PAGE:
Sunday, April 3, 2011

Radioactivity Measurements


During the past few days a great deal of information has come in about the amount of radiation reaching the U.S. from the Fukushima reactors in Japan. Measurable radiation has reached our shores, but thousands of times below intervention standards.

Recently, a University of Washington team presented highly sensitive results based on measuring the radioactive particles trapped by the filters for the UW Physics and Astronomy Building (their web site is http://www.npl.washington.edu/monitoring/).

Let me show you some examples of their findings and remember the tsunami occurred on March 11. Here is a plot of the amount of radiation measured on 16 March and 17 March, based on the energy levels associated with Iodine-131. The signal is very clear on 17 March.

Here is an alternative presentation for more radioactive species. A clear signal was evident around 7 days after the tsunami, peaking a few days later, and then declining.Again, these levels, although measurable are very low and not a threat.

EPA has been actively taking samples of rainwater and milk around the country. The rainwater results, released yesterday, revealed that for most of the country the radioactivity increase was unmeasurable except for Richmond, CA, Boise, Id. and St. Paul, Mn. Boise was particularly high. WHY?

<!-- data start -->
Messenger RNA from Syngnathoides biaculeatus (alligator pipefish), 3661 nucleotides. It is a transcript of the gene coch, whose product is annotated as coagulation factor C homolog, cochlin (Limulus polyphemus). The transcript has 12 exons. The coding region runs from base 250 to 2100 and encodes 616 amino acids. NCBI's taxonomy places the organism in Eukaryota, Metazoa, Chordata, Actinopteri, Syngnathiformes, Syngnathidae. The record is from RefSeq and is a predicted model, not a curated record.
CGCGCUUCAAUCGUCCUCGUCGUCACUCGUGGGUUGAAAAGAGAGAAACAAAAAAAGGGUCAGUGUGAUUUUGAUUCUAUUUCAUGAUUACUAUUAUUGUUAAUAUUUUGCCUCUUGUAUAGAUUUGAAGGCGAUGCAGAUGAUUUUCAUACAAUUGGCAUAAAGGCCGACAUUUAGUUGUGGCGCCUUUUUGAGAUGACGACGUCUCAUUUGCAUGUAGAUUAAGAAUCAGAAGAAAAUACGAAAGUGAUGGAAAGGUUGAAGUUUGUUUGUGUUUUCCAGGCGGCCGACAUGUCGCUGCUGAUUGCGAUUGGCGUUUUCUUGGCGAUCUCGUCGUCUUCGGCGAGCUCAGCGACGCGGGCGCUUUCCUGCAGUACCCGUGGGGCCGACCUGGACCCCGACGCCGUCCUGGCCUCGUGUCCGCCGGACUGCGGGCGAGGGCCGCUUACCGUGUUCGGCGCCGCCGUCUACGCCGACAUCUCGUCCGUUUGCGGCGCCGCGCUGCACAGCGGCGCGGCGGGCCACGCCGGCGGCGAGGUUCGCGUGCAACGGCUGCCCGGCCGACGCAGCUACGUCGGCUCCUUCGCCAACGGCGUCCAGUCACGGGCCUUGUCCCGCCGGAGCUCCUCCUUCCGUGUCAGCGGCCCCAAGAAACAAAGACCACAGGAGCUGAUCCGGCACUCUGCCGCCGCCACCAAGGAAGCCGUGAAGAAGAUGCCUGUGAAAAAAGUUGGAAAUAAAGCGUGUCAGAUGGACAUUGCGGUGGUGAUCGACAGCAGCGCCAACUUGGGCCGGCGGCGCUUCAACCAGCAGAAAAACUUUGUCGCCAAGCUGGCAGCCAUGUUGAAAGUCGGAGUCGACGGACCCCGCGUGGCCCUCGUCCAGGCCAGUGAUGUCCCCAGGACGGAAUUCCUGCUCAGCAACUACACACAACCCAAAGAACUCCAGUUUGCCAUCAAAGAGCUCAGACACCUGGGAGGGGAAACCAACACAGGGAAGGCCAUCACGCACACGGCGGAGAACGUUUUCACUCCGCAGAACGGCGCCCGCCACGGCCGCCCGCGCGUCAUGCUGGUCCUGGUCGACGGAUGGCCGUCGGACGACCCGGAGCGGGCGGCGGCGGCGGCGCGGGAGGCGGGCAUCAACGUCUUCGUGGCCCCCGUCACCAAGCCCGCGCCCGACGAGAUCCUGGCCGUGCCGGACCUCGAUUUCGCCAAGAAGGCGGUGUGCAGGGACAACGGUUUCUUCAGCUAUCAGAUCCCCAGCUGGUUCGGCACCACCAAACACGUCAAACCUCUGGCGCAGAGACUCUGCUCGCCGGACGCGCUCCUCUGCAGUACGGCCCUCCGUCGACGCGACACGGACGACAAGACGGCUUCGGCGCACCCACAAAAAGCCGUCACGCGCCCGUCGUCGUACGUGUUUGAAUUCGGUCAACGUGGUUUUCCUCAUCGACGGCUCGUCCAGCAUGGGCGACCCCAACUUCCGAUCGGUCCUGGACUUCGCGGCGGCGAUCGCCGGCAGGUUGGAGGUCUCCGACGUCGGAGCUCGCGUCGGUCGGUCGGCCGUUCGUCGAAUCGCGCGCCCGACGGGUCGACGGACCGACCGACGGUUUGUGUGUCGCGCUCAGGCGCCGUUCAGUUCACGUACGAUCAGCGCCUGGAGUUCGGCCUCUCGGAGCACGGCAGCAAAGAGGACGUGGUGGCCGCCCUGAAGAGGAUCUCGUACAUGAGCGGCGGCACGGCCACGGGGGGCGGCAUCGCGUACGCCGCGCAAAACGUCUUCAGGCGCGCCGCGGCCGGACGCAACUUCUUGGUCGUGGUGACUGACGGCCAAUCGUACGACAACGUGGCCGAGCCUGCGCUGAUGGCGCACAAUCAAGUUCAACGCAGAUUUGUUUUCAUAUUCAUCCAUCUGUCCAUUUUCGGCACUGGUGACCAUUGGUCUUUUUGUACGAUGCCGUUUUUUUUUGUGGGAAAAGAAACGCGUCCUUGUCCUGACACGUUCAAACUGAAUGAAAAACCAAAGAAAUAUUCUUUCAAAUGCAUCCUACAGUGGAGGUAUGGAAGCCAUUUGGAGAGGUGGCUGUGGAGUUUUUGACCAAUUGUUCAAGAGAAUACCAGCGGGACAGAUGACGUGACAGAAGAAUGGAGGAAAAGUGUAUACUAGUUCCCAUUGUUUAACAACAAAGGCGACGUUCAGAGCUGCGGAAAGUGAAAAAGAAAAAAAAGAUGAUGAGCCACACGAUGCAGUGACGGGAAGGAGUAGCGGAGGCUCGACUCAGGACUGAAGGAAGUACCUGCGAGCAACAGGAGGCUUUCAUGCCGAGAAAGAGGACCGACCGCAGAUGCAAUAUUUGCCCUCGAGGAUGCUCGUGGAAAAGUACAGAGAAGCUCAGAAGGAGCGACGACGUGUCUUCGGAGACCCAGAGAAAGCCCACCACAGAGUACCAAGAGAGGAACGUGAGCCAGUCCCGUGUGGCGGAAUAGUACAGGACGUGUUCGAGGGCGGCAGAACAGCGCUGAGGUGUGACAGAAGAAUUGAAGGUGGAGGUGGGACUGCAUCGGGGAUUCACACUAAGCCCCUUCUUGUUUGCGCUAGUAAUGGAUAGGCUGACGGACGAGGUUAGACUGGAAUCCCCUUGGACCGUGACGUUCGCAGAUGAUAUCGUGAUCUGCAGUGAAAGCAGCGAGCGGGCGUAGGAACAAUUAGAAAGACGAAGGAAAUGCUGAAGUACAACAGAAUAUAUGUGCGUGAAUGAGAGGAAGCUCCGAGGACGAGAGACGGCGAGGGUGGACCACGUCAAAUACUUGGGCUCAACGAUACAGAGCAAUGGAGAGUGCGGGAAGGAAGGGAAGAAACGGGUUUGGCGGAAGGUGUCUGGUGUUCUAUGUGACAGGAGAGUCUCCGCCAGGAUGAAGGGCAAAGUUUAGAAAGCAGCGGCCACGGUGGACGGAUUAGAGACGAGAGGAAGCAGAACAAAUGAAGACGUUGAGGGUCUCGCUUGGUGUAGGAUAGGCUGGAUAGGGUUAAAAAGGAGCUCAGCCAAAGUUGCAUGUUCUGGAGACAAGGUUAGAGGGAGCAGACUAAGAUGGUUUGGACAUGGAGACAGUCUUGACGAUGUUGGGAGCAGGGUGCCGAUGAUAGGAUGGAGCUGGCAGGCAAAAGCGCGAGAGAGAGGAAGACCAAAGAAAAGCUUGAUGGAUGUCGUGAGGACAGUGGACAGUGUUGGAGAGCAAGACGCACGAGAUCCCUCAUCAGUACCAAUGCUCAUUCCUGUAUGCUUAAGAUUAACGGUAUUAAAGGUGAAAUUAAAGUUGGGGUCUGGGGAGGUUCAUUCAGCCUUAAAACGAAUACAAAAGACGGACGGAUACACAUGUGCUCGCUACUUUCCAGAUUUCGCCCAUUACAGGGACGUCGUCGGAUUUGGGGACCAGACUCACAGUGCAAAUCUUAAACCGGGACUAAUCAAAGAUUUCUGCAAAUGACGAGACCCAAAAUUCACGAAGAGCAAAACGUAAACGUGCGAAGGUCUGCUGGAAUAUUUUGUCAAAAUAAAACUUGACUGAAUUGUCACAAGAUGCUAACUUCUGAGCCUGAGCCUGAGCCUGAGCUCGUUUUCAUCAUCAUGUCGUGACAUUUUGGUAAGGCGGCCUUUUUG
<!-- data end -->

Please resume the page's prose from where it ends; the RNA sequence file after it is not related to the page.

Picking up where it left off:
But keep in mind that we generally don't drink rainwater and I131 has a half life of eight days. By the time water is used (either percolating to the water table and entering a well or reaching the intake of a reservoir--where it has hugely been diluted--little I 131 radioactivity will be left.

A number of the media is hyping the radioactivity levels by making the implicit assumption that the relatively high values will continue for an entire year...which of course is ridiculous. A few locations in the U.S. have had some one-day spikes, but the dosage would be very low...even if you drank rainwater...because radioactivity levels rapidly drop down into the noise level.

Regarding milk, screening samples taken March 25 at Spokane, WA detected 0.8 pCi/L of iodine-131, which is more than 5,000 times lower than the Intervention level set by the U.S. Food and Drug Administration.

The fact that some of the radiation has reached the NW in minute quantities should not surprise us. Several scientists (such as Dr. Dan Jaffe of the UW) regularly measure small amounts of Asian pollution over the Northwest, particularly as specially equipped labs at Cheeka Peek (NW Washington) and Oregon's Mt. Bachelor.